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Two Komainu #3 from Shinto Shrine. Japan (reup) 3D Model
Two Komainu #3 (Guardian Lions) from Shinto Shrine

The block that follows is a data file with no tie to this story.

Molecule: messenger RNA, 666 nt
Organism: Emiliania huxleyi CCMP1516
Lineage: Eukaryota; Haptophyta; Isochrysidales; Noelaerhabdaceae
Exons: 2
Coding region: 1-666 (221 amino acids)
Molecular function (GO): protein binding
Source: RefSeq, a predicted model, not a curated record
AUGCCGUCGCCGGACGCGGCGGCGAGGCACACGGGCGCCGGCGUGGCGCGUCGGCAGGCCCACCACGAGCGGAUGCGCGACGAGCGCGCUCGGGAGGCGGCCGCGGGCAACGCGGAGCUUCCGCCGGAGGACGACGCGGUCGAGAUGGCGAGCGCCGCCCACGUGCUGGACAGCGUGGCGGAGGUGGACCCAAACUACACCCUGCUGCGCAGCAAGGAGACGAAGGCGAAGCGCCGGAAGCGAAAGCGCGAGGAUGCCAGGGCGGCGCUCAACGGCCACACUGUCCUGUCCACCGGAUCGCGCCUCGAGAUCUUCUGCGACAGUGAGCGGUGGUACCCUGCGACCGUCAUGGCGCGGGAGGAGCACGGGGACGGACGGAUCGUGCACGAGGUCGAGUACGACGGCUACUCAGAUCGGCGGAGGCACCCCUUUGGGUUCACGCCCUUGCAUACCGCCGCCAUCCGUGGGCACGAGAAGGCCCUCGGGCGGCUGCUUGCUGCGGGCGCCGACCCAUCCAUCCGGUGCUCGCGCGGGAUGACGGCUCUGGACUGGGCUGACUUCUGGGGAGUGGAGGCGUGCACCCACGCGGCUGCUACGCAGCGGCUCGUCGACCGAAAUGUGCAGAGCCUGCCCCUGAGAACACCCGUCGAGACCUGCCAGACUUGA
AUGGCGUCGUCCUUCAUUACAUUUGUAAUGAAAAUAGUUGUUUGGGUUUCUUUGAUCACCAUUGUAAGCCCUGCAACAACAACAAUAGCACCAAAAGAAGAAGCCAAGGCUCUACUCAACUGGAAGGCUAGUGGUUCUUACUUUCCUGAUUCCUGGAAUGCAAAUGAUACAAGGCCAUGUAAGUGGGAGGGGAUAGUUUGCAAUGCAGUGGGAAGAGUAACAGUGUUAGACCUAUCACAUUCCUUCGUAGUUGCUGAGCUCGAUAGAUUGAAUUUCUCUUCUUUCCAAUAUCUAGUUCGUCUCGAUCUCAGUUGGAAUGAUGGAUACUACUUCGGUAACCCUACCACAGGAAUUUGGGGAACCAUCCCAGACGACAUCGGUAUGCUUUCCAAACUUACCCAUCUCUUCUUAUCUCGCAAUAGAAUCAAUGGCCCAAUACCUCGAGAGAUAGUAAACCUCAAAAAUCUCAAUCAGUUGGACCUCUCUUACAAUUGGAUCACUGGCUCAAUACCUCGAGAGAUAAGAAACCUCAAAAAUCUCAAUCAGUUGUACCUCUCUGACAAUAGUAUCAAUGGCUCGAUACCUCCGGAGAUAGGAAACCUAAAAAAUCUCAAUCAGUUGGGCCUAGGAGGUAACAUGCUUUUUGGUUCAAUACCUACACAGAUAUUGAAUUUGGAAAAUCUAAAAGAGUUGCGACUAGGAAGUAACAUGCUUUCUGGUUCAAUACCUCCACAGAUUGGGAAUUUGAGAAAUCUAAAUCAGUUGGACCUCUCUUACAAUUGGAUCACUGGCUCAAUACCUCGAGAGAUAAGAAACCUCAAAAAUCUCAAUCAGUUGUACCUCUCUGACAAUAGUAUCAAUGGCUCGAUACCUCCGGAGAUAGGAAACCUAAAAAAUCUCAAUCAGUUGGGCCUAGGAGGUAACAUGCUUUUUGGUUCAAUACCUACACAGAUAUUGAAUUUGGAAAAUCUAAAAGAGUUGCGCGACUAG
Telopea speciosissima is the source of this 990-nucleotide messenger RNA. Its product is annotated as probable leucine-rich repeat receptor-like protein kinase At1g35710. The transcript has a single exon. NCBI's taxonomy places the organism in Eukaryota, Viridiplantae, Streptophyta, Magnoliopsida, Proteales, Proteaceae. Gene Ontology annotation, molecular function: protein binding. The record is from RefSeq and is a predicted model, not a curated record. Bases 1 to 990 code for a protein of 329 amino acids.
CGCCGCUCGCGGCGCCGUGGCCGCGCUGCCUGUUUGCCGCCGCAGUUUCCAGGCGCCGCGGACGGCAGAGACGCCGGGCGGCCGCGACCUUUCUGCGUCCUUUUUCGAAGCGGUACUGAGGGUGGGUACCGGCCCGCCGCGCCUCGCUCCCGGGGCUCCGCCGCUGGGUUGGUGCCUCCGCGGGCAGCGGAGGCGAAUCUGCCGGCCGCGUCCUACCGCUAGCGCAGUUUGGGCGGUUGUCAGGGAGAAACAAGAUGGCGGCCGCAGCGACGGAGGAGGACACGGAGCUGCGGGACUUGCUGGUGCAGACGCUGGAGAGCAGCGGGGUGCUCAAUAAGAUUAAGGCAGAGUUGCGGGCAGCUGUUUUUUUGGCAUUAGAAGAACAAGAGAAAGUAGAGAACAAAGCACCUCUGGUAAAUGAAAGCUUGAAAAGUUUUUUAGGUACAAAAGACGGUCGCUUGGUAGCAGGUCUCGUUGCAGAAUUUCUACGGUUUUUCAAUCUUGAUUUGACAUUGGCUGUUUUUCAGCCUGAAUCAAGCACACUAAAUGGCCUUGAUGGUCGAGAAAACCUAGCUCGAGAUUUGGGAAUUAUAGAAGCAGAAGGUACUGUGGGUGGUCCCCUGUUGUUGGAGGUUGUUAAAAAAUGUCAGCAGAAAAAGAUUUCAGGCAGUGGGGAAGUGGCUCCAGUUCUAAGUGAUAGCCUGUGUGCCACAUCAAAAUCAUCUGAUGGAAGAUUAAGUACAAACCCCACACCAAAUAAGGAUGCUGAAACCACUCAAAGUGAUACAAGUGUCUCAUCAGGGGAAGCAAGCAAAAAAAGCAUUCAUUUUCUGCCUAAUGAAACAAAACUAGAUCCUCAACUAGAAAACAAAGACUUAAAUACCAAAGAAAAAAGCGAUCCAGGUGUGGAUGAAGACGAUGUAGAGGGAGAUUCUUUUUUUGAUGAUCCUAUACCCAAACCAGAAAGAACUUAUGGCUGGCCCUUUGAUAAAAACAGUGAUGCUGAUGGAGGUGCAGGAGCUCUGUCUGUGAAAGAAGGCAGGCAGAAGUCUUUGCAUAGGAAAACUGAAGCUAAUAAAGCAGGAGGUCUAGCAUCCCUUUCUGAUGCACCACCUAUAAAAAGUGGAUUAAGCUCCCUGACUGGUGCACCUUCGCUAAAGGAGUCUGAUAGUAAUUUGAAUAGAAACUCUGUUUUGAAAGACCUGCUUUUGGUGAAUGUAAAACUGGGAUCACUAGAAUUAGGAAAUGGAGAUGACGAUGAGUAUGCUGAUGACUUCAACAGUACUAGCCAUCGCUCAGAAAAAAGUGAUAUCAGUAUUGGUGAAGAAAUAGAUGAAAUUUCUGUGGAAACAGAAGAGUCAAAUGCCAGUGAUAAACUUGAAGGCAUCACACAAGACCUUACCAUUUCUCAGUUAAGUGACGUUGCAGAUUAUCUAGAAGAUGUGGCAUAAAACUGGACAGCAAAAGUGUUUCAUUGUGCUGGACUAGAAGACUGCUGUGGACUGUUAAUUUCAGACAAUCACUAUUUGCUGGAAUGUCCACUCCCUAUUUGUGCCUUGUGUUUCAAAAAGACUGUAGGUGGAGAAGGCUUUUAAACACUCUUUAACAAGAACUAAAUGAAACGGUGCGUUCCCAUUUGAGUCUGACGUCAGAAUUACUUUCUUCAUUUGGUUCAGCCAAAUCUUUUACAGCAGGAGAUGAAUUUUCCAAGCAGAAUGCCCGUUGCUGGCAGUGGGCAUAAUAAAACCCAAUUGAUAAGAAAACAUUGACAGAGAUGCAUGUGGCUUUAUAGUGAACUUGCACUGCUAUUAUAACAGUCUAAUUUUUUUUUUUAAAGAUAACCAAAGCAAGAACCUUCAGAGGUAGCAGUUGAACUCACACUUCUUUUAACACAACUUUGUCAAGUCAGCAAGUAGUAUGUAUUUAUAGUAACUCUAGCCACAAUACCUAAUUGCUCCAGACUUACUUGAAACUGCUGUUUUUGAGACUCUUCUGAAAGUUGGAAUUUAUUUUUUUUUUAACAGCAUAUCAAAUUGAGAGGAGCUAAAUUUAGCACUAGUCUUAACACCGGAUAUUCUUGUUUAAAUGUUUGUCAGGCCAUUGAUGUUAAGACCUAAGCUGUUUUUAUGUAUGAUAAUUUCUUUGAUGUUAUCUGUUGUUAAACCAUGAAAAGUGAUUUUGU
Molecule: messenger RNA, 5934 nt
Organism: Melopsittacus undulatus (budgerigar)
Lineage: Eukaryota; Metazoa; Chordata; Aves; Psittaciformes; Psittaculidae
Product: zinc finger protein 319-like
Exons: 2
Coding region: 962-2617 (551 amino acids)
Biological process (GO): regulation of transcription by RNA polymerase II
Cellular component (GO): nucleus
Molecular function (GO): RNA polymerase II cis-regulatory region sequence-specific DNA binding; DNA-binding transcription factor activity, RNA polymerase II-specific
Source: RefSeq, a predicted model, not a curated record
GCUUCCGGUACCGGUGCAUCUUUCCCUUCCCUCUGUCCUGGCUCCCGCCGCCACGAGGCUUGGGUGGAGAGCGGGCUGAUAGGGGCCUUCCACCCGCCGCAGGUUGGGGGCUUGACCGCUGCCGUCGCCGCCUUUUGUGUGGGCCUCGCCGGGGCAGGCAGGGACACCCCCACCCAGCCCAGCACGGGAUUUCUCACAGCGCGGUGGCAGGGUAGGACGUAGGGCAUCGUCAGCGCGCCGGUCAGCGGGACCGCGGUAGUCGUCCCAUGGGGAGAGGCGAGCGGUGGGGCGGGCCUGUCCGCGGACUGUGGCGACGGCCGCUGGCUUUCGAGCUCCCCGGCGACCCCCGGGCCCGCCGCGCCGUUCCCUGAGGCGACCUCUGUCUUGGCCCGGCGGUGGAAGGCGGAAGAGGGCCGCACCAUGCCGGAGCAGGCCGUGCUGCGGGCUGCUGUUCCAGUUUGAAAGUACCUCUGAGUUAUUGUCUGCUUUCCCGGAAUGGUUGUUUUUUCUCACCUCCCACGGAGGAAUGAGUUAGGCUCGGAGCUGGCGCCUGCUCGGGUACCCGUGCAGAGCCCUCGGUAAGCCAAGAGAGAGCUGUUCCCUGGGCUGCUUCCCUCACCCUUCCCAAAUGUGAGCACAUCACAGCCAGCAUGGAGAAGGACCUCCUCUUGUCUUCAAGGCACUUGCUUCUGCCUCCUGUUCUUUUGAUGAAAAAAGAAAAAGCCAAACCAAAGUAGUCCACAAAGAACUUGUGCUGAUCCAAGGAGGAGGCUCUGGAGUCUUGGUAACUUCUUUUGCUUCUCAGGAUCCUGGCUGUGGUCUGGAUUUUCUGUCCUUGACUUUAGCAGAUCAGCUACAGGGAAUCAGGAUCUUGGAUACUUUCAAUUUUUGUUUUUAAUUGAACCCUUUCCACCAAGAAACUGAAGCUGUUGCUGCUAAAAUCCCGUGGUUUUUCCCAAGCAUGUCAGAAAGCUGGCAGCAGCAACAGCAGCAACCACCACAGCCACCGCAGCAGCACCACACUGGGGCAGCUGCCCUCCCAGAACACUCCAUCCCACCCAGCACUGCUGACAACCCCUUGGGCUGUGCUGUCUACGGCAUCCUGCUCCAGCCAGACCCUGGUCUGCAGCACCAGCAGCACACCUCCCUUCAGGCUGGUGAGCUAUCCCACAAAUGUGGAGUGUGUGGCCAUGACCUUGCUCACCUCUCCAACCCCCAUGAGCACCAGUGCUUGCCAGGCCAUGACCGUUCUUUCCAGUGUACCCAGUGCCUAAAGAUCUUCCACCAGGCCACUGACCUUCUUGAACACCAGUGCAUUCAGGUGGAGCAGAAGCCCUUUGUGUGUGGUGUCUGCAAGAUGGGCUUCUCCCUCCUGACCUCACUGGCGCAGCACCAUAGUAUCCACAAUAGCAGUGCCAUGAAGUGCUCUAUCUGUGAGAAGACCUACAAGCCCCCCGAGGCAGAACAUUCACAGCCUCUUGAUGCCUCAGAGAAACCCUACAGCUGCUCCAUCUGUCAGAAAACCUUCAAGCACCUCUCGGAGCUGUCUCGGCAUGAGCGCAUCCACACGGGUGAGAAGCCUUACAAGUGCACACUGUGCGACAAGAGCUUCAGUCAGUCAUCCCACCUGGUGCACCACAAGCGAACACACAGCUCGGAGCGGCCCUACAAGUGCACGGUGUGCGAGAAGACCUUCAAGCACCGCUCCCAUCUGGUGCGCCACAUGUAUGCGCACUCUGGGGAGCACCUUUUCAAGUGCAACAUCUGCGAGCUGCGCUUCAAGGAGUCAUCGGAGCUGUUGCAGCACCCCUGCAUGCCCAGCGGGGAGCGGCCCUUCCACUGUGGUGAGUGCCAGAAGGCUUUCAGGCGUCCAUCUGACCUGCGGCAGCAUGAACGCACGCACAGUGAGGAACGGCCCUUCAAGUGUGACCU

A pair of stone lion-dogs often flank the sandō near the entrance to the shrine or the haiden. These komainu, as the statues are known, are guardian figures believed to protect the space around the kami from evil. The ultimate origins of these lionlike figures probably extend back to ancient India or even Egypt, but the more immediate source would appear to be Chinese. Guardian lions and other divine beasts were probably imported from Tang China, along with Buddhism, via the Korean Peninsula, accounting for their alternate name, kōrai-inu, or Korean dogs. Most komainu closely resemble the so-called Chinese lion-dog. Typically, one of the creatures is depicted with its mouth open and the other with its mouth closed. This tradition has no relationship to Shintō per se but derives from Buddhist iconography, where it is used to represent the sacred utterance Aum